IUCN Status: Least Concern
(Tricas, et al., 1997; Compagno, Dando, & Fowler, 2005; Sherrill-Mix, et al., 2006 Skomal, 2016)
Thank you for checking out this week’s featured species. In case you missed last week’s beautiful Deepsea Skate Featured Species post!
The new Ocean For Sharks Shop is open! There’s handmade ocean inspired plush animals, canvas paintings, and of course my children’s book, Winifred the Wondrous Whale Shark, available in print and PDF. Be sure to stop by. Remember proceeds benefit shark research and conservation with a donation to Project AWARE!
As always, remember you can make a difference for marine ecosystems by contacting your Congress man or woman and telling them that you care about the quality of our waters! Sharks, rays, and other marine organisms cannot speak or be represented in Congress. They need your voice. Get involved and stand up for sharks. Until next time finatics!
Featured Image Source
Murch, A. (Photographer). (n.d.) Chain catshark [Digital Image]. Retrieved from http://www.elasmodiver.com/
For more information visit Shark Reference.
Compagno, L., Dando, M. and Fowler, S. 2005. A field guide to the sharks of the world. Harper Collins Publishers Ltd., London.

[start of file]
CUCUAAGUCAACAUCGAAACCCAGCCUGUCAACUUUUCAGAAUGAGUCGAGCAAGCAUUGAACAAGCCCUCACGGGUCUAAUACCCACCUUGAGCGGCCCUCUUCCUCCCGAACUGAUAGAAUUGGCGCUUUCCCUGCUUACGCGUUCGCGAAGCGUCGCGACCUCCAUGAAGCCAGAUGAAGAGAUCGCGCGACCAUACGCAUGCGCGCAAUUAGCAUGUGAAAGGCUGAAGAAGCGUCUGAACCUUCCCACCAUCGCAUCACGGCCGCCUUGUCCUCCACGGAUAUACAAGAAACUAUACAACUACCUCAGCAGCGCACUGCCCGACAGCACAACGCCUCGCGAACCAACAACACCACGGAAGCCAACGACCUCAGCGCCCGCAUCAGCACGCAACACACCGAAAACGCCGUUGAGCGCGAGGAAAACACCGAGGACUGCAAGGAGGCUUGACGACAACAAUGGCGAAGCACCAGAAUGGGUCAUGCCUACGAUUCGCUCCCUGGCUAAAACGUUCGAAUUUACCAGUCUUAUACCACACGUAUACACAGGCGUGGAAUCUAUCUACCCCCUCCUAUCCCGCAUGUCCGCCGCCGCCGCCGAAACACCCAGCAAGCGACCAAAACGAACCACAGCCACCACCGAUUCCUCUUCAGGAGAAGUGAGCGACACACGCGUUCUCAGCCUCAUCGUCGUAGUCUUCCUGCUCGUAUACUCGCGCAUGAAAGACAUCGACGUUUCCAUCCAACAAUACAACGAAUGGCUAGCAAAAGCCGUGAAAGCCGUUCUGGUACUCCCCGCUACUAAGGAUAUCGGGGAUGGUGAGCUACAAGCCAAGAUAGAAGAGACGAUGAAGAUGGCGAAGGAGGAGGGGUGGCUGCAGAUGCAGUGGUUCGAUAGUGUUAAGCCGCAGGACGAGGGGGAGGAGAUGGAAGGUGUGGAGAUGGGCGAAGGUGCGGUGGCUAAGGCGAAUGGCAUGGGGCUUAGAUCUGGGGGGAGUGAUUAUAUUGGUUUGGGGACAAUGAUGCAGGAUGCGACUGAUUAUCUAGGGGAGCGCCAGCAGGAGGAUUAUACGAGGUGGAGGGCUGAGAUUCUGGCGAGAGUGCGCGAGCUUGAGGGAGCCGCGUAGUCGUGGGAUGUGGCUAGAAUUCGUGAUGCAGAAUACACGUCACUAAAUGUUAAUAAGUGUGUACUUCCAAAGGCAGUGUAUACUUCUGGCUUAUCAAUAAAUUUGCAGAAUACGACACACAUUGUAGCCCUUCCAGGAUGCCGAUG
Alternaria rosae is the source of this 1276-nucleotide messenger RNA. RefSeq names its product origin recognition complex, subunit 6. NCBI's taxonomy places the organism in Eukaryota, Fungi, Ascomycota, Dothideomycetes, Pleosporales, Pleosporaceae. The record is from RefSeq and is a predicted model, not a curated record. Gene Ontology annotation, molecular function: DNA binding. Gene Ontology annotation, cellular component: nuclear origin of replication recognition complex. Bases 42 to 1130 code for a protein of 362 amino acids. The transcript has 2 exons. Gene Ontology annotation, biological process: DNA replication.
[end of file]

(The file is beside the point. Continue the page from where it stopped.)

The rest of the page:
Gruber, D. F., Loew, E. R., Deheyn, D. D., Akkaynak, D., Gaffney, J. P., Smith, W. L., … & Sparks, J. S. (2016). Biofluorescence in catsharks (Scyliorhinidae): fundamental description and relevance for elasmobranch visual ecology. Scientific reports, 6, 24751.
Hart, N. S., Lisney, T. J., & Collin, S. P. (2006). Visual communication in elasmobranchs. Communication in fishes, 2, 337-392.
Klimley, A. P. (2013). The biology of sharks and rays. University of Chicago Press.
Sherrill-Mix, S.A., Myers, R.A. & Burgess, G.H. 2006. Scyliorhinus retifer. The IUCN Red List of Threatened Species 2006: e.T60233A12331224.
Skomal, G. (2016). The Shark Handbook: The Essential Guide for Understanding the Sharks of the World. (2nd ed.). Kennebunkport, ME: Cider Mill Press.
Stevens, J. D. (Ed.). (1997). Sharks (6th ed.). New York: Facts on File.
Tricas, T. C., Deacon, K., Last, P., McCosker, J. E., Walker, T. I., & Taylor, L. (1997). The Nature Company Guides: Sharks and Rays. (L. Taylor, Ed.). Hong Kong: The Nature Company, Time Life Books.